The Chesapeake Central Library where I work held its annual “Monsterfest” program on October 5. On that day the library was filled with horror and supernatural enthusiasts, vendors, speakers, and panelists, many of them dressed up as their favorite monsters, ghouls, manga characters, and an impressive array of otherworldly creatures. It’s was quite an event!

The evening before Monsterfest (coincidence…?) a huge, dark moth appeared on the library building and it remained there for the duration of Monsterfest. It remained inconspicuous in the shadows, but one of our library staff saw it and showed it to me. I had never seen anything like it, in person or in any Virginia nature publications, and I had never heard of any Virginia moth that was as big as this one. Confused, I did some research and identified it as — are you ready? — a Black Witch Moth! It is also sometimes call a Bat Moth because it is so big and dark that it can look like a bat. How appropriate for Monsterfest day! This individual is an adult male, and he is in surprisingly good condition considering the distance he traveled to get here:

What makes this moth’s appearance even more “spooky” is that it is extremely rare in Virginia, with only a handful of historic records of its occurrence here. The moth’s home is in Central America and Mexico, and in most years they move into southern Texas. Once the rainy season hits Texas in June, the moths sometimes wander further north into the United States and are mostly recorded in Texas, Florida, and the far southern states through October.

During outbreak years when the moths disperse north in larger numbers than usual, a few individuals have been recorded as far north as Canada, although they still are extremely rare north of Texas. As stated above, Virginia has only a small handful of historic records of the moth’s occurrence. A few might enter Virginia every few years, but only 3 or 4 (?) have ever been documented.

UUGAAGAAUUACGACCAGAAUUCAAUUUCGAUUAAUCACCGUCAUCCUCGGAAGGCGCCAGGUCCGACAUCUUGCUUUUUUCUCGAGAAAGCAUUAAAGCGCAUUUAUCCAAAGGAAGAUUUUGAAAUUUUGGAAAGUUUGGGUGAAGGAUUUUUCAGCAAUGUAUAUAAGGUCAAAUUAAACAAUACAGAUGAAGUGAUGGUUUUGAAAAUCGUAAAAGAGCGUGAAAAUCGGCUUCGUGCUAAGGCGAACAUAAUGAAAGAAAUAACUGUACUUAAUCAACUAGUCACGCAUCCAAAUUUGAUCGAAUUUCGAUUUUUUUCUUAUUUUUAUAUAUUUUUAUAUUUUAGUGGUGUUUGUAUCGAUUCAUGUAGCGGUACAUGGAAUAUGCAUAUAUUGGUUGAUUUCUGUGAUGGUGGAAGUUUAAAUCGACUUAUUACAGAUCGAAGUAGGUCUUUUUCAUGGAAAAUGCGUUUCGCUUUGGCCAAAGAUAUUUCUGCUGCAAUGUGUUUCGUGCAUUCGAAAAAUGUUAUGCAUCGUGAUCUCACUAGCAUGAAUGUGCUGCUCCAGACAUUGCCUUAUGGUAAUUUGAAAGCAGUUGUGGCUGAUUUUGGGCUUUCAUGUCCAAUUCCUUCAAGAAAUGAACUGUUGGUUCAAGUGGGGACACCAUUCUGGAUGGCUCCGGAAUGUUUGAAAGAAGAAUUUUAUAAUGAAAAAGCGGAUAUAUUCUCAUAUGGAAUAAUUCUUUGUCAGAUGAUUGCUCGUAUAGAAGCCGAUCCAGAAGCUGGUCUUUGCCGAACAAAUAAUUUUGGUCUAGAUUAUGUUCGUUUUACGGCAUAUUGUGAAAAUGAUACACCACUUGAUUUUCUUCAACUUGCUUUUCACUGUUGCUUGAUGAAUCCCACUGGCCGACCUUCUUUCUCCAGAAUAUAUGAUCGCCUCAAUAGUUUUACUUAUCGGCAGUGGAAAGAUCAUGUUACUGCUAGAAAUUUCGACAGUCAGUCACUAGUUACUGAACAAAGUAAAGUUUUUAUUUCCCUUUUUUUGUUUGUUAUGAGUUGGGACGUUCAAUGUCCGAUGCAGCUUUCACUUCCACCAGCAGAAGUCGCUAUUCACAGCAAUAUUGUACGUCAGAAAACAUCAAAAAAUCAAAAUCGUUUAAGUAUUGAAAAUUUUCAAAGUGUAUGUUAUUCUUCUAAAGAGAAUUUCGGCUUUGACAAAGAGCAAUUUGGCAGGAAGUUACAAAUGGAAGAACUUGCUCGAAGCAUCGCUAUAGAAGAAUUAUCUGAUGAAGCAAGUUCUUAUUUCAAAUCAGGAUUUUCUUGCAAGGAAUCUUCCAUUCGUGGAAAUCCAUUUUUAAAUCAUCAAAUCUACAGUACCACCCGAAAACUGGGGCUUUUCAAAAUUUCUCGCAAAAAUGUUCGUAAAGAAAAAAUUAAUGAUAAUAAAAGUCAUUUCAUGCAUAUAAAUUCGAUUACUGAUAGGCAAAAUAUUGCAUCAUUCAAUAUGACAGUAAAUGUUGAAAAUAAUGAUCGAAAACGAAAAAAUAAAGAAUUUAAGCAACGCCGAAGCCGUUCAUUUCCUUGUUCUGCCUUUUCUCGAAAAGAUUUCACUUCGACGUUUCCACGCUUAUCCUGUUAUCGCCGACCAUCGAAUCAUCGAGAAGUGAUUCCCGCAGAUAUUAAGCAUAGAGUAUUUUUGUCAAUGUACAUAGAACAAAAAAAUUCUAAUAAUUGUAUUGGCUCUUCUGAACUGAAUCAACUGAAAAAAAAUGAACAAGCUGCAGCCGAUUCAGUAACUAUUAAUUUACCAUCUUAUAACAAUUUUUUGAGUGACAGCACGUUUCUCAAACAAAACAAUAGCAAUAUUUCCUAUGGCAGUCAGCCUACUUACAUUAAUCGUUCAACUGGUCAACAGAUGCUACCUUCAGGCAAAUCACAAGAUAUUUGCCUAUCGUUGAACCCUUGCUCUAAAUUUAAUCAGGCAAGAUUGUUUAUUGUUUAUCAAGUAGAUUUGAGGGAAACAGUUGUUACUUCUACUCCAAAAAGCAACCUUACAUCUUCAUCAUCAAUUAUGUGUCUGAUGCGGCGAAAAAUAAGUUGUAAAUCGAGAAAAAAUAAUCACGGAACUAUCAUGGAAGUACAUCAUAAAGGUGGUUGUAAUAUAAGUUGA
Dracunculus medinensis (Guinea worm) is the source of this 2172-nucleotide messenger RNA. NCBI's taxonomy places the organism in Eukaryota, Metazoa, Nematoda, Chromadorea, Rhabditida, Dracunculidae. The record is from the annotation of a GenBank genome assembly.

So the Black Witch that came to the Chesapeake Library for Monsterfest was a very big deal! I photographed it and have sent photos and details to Steven M. Roble, Ph.D., staff zoologist at the 

Virginia Department of Conservation and Recreation, and to a Texas entomologist who tracks the movements of this species and requests reports of any sitings outside of Texas. 
I can’t emphasize enough the startling size of this moth species. It has a wingspan of about 7 inches and is the largest moth that occurs anywhere in North America. The photo above doesn’t do it justice, so one of our staff measured the bricks on our building and Photoshopped a ruler to scale next to the moth, to give some perspective:
There is much legend and folklore associated with the Black Witch Moth, undoubtedly because of its size and dark, murky coloration. One of the legends in Mexico is that a sick person will die if the moth enters his house.  A variation on this legend in southern Texas is that death only occurs if the moth flies in and visits all four corners of the house. These legends have evolved into a joke that if a Black Witch Moth flies over your head, you will lose your hair! Another legend: if you see one of these moths, it means someone has cursed you.
There are some “good fortune” legends as well; in Hawaii, the moth is the embodiment of a loved one who has just died. In the Bahamas, it is said that if a moth lands on you, you will come into money. And in South Texas, some say that you will win the lottery if a moth lands above your door and stays a while. 
I looked for “our” moth again the day after Monsterfest, but it had disappeared during the night. It was a real treat to have hosted such a rare and beautiful creature, if only for a day or two.

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